BEWARE OF IMITATIONS
IN THE LAST GLOBAL reader survey conducted by TIPA (which included us, of course), a fraction under 91 percent of respondents cited photography magazines as their chief source of information and rated them ahead of the Internet, trade fairs and specialist retailers in terms of trustworthiness. Now, as these people are all readers of photo magazines, this result isn’t entirely surprising, but it still underlies the value of independent and reputable editorial content produced by highly experienced and respected journalists.
The Weekend Australian Magazine’s food writer and restaurant critic, John Lethlean, has now penned several columns and spoken on the radio about the growing scourge of bloggers and so-called ‘influencers’ pretending to be fair-dinkum reviewers when they’re essentially being paid – in one way or another – for their comments which, naturally, are always positive. Lethlean calls it “the murky, knuckle-dragging online quid pro quo publishing scene with zero grasp of independent commentary”… which is a pretty succinct sum-up of the situation. It’s particularly problematic in the restaurant business, fashion and travel, but it happens in every consumer market and it can be very hard to pick the genuine review from one that’s been fabricated in return for some sort of payola. The number of likes, friends, followers or whatevers is no indicator of integrity or independence – and certainly not of expertise or experience – yet it’s increasingly touted as being a measure of something important or even valuable. It’s seen as the quick way to an audience, but it’s really all smoke and mirrors because just how much of that audience is actually engaged or even real is impossible to verify. It’s also a comparatively cheap way to an audience – even one that’s mostly mythical – if all you have to do is provide a free meal, product or service. Advertising that delivers quantifiable results is rather more expensive because it does just that… gets results.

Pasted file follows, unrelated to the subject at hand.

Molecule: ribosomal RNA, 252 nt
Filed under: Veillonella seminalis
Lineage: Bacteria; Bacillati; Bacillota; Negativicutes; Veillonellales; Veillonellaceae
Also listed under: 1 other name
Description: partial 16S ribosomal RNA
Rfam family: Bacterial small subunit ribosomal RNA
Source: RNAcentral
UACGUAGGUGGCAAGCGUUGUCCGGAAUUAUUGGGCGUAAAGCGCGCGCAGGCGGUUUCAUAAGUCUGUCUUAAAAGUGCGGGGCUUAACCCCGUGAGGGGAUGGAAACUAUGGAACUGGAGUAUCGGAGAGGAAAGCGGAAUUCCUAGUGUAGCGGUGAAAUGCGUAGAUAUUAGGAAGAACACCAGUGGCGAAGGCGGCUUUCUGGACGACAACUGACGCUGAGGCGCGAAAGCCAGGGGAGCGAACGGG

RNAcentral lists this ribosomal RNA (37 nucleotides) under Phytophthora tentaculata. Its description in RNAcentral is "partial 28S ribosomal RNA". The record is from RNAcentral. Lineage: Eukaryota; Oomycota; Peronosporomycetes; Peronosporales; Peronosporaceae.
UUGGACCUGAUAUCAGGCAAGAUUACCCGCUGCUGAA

John Lethlean writes, “… this stuff is part of an ever-eroding drip of collusion and corruption that over time has led to a belief out there in the real world that this is how it’s all actually done… those who present themselves as ‘guides’ who are actually just packaging marketing material… a cosy little arrangement for all that provides no meaningful direction to consumers whatsoever”.
In our business, the online world is full of so-called equipment reviewers, a tiny handful of whom actually provide a disclosure of any allegiances which could possibly have a bearing on their comments. A lot don’t and yet their “breathless positive exposure” (to quote Lethlean again) is supposedly credible and likely to influence buying decisions. In social media there are even fewer checks and balances so, as is seen quite regularly, anybody can say anything without any attribution, verification or research. Sorting fact from fiction – or the merely fanciful – is an impossibility. The thing is, though, I suspect consumers, even the less well-informed ones, are starting to wake up to all of this and apply a finer-meshed scepticism filter. Hopefully then, the days of sham endorsements are numbered.
Camera magazine has been around since 1979 and many others in photography for a lot longer. But none of us would have survived even a few months if we weren’t perceived as firstly, being anything less than completely independent and secondly, proficient in our chosen area of expertise. The reality is that quality editorial actually costs money to create, which is why it can never be bought or compromised, and why it will always achieve more effective outcomes than simply delivering a handful of ‘likes’.